Our attention is directed to the case of Romeo v. State, 1930, 203 Ind. 116, 173 N.E. 324, 325, which holds that one may be found guilty of manslaughter under the sole charge of murder in the first degree. We have examined this case and find that it holds that 'on the trial of an indictment for murder there may be a conviction for voluntary of involuntary manslaughter.' The case sets out the two sections of Burns' §§ 9-1816 and 9-1817, set forth above, but without any analysis of the wording thereof. It holds in substance that manslaughter is a different degree of the crime of homicide. The case is based upon the common law as revealed by decisions prior to the enactment (1905) of the above quoted statutes, Burns' §§ 9-1816 and 9-1817. Prior to 1905 it was a well settled principle of the common law in this state that manslaughter was a lesser offense included in murder or homicide. Hasenfuss v. State, 1901, 156 Ind. 246, 251, 59 N.E. 463; Carrick v. State, 1862, 18 Ind. 409; Powers v. State, 1882, 87 Ind. 144; Pigg v. State, 1896, 145 Ind. 560, 43 N.E. 309; Moon v. State, 1852, 3 Ind. 438; Dukes v. State, 1858, 11 Ind. 557, 71 Am.Dec. 370; Reed v. State, 1894, 141 Ind. 116, 40 N.E. 525.

Likewise, in Fausett v. State, 1941, 219 Ind. 500,...

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57 practice notes
  • Wright v. State, Supreme Court Case No. 20S-LW-260
    • United States
    • Indiana Supreme Court of Indiana
    • May 4, 2021
    ...as if it entered ten years before.") There are, to be sure, some cases that come to the contrary conclusion. See, e.g. , Barker v. State , 238 Ind. 271, 279, 150 N.E.2d 680, 684 (1958) (finding it "difficult to conceive" that "premeditation may be practically simultaneous with the act of ki......
  • Ramirez v. State, No. 45S05–1305–CR–331.
    • United States
    • Indiana Supreme Court of Indiana
    • April 29, 2014
    ...e.g., Fox v. State, 457 N.E.2d 1088, 1093–94 (Ind.1984); Brown v. State, 245 Ind. 604, 607, 201 N.E.2d 281, 283 (1964); Barker v. State, 238 Ind. 271, 278, 150 N.E.2d 680, 684–84 (1958). Almost fifty years before Remmer was decided, Indiana courts would only entertain allegations of impermi......
  • Brown v. State, No. 29661
    • United States
    • Indiana Supreme Court of Indiana
    • December 17, 1958
    ...there must be sufficient time elapse after the formation of the intent to kill to deliberate thereupon. Barker v. State, Ind.1958, 150 N.E.2d 680; Heglin v. State, 1957, 236 Ind. 350, 140 N.E.2d There is no more reason to say you can eliminate the proof of premeditation in this case than to......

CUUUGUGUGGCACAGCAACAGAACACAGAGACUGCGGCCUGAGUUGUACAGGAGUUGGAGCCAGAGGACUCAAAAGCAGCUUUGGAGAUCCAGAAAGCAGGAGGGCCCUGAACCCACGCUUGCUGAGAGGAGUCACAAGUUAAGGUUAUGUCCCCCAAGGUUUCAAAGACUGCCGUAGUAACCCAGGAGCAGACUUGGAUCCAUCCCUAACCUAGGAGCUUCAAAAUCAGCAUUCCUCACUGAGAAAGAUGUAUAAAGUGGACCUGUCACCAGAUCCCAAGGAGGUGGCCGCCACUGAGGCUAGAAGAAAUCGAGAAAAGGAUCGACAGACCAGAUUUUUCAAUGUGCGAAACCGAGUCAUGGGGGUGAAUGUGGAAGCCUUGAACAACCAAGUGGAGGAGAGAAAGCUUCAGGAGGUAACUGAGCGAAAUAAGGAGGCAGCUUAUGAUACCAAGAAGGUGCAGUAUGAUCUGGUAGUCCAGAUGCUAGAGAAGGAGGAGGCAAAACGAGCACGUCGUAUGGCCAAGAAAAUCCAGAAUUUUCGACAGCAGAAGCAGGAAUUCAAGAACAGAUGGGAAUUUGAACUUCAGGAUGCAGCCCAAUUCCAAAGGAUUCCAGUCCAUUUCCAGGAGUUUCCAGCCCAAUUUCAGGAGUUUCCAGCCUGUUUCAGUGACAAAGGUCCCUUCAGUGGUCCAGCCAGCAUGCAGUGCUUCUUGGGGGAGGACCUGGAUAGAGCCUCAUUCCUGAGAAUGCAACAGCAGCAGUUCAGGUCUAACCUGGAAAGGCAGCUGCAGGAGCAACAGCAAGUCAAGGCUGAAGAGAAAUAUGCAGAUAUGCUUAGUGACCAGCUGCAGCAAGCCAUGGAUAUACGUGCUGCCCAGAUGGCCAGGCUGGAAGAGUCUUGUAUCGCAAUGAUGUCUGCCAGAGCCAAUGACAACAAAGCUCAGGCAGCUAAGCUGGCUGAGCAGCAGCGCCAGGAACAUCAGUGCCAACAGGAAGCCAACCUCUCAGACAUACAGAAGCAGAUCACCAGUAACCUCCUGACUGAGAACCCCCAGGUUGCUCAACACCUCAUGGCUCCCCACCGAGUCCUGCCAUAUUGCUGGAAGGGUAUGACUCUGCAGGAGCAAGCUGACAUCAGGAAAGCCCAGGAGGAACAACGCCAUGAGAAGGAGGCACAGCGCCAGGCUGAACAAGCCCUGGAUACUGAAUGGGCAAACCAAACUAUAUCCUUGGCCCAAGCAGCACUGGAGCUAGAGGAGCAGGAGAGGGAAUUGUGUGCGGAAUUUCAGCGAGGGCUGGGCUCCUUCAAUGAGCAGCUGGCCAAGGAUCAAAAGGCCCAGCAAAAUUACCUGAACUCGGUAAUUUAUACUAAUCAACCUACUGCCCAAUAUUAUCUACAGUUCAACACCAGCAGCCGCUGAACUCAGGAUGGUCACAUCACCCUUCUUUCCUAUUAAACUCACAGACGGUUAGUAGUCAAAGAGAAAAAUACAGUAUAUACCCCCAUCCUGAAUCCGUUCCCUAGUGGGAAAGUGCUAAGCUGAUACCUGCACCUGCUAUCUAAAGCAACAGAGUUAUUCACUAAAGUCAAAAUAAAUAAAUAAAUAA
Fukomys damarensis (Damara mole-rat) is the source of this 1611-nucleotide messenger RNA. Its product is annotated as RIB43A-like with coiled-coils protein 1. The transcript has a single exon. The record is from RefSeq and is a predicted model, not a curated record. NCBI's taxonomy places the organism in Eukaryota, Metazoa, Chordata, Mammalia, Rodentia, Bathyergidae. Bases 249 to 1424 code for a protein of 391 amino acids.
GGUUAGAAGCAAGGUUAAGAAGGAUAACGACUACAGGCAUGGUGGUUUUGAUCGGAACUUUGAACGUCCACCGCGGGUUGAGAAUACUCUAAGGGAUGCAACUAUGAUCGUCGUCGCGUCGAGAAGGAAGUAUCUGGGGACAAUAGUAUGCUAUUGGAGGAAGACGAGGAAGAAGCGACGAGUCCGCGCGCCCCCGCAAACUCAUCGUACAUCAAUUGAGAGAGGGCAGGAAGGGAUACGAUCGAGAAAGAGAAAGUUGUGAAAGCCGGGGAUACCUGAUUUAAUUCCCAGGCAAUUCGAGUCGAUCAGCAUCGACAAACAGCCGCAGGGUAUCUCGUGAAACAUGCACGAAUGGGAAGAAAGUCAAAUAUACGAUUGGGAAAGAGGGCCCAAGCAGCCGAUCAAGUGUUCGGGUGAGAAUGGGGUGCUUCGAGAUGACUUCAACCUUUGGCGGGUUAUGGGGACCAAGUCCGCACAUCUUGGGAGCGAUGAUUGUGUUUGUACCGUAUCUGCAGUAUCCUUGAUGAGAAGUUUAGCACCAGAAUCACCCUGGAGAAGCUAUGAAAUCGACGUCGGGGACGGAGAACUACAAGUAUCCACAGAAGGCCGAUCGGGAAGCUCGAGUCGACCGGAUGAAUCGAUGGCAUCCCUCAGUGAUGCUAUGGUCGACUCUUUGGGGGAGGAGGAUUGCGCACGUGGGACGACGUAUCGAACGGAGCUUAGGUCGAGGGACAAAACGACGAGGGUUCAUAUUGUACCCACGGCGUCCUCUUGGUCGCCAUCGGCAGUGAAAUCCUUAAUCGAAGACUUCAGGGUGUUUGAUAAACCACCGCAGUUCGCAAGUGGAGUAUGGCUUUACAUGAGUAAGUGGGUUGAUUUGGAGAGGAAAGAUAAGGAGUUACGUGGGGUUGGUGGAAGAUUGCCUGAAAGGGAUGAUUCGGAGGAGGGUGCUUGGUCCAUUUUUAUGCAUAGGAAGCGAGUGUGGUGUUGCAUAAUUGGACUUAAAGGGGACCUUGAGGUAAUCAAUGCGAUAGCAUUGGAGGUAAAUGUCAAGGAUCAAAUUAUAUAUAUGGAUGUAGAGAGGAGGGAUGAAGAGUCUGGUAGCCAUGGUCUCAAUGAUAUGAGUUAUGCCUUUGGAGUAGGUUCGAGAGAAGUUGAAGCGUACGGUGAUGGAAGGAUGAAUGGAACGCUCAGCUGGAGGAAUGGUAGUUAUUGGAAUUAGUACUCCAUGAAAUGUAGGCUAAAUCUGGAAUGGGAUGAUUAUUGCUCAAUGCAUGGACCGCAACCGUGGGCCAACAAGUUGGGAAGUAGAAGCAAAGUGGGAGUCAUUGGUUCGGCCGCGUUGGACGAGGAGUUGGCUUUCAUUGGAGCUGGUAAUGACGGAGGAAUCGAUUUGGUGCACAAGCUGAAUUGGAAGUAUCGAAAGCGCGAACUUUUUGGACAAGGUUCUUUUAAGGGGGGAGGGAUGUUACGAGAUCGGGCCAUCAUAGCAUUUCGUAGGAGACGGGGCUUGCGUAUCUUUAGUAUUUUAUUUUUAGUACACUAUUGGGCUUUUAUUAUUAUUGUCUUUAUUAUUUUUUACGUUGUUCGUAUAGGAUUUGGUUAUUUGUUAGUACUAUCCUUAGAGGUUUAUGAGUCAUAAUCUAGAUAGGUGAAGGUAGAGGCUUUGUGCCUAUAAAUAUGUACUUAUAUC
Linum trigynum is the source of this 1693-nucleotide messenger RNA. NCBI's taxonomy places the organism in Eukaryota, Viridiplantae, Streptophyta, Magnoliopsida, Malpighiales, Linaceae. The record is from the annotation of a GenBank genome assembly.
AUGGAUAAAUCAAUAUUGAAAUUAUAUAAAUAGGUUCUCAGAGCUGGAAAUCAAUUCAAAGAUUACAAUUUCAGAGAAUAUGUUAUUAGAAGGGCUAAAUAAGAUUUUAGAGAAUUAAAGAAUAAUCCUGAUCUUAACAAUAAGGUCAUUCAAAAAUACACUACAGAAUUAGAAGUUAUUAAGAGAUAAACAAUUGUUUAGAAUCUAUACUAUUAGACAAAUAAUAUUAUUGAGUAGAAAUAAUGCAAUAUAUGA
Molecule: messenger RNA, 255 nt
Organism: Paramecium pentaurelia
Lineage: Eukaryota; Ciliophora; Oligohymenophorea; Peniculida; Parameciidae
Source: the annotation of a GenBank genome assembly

• Robinson v. State, No. 2-1072A80
    • United States
    • Indiana Court of Appeals of Indiana
    • April 15, 1974
    ...higher crime of second degree murder. Furthermore, it has received recent approval by our state's highest court in Barker v. State (1958), 238 Ind. 271, 150 N.E.2d 680, and Mimms v. State (1967), 249 Ind. 168, 231 N.E.2d 151, although not in express reference to the rationale of our present......
  • Request a trial to view additional results
57 cases
  • Wright v. State, Supreme Court Case No. 20S-LW-260
    • United States
    • Indiana Supreme Court of Indiana
    • May 4, 2021
    ...as if it entered ten years before.") There are, to be sure, some cases that come to the contrary conclusion. See, e.g. , Barker v. State , 238 Ind. 271, 279, 150 N.E.2d 680, 684 (1958) (finding it "difficult to conceive" that "premeditation may be practically simultaneous with the act of ki......
  • Ramirez v. State, No. 45S05–1305–CR–331.
    • United States
    • Indiana Supreme Court of Indiana
    • April 29, 2014
    ...e.g., Fox v. State, 457 N.E.2d 1088, 1093–94 (Ind.1984); Brown v. State, 245 Ind. 604, 607, 201 N.E.2d 281, 283 (1964); Barker v. State, 238 Ind. 271, 278, 150 N.E.2d 680, 684–84 (1958). Almost fifty years before Remmer was decided, Indiana courts would only entertain allegations of impermi......
  • Brown v. State, No. 29661
    • United States
    • Indiana Supreme Court of Indiana
    • December 17, 1958
    ...there must be sufficient time elapse after the formation of the intent to kill to deliberate thereupon. Barker v. State, Ind.1958, 150 N.E.2d 680; Heglin v. State, 1957, 236 Ind. 350, 140 N.E.2d There is no more reason to say you can eliminate the proof of premeditation in this case than to......
  • Robinson v. State, No. 2-1072A80
    • United States
    • Indiana Court of Appeals of Indiana
    • April 15, 1974
    ...higher crime of second degree murder. Furthermore, it has received recent approval by our state's highest court in Barker v. State (1958), 238 Ind. 271, 150 N.E.2d 680, and Mimms v. State (1967), 249 Ind. 168, 231 N.E.2d 151, although not in express reference to the rationale of our present......
  • Request a trial to view additional results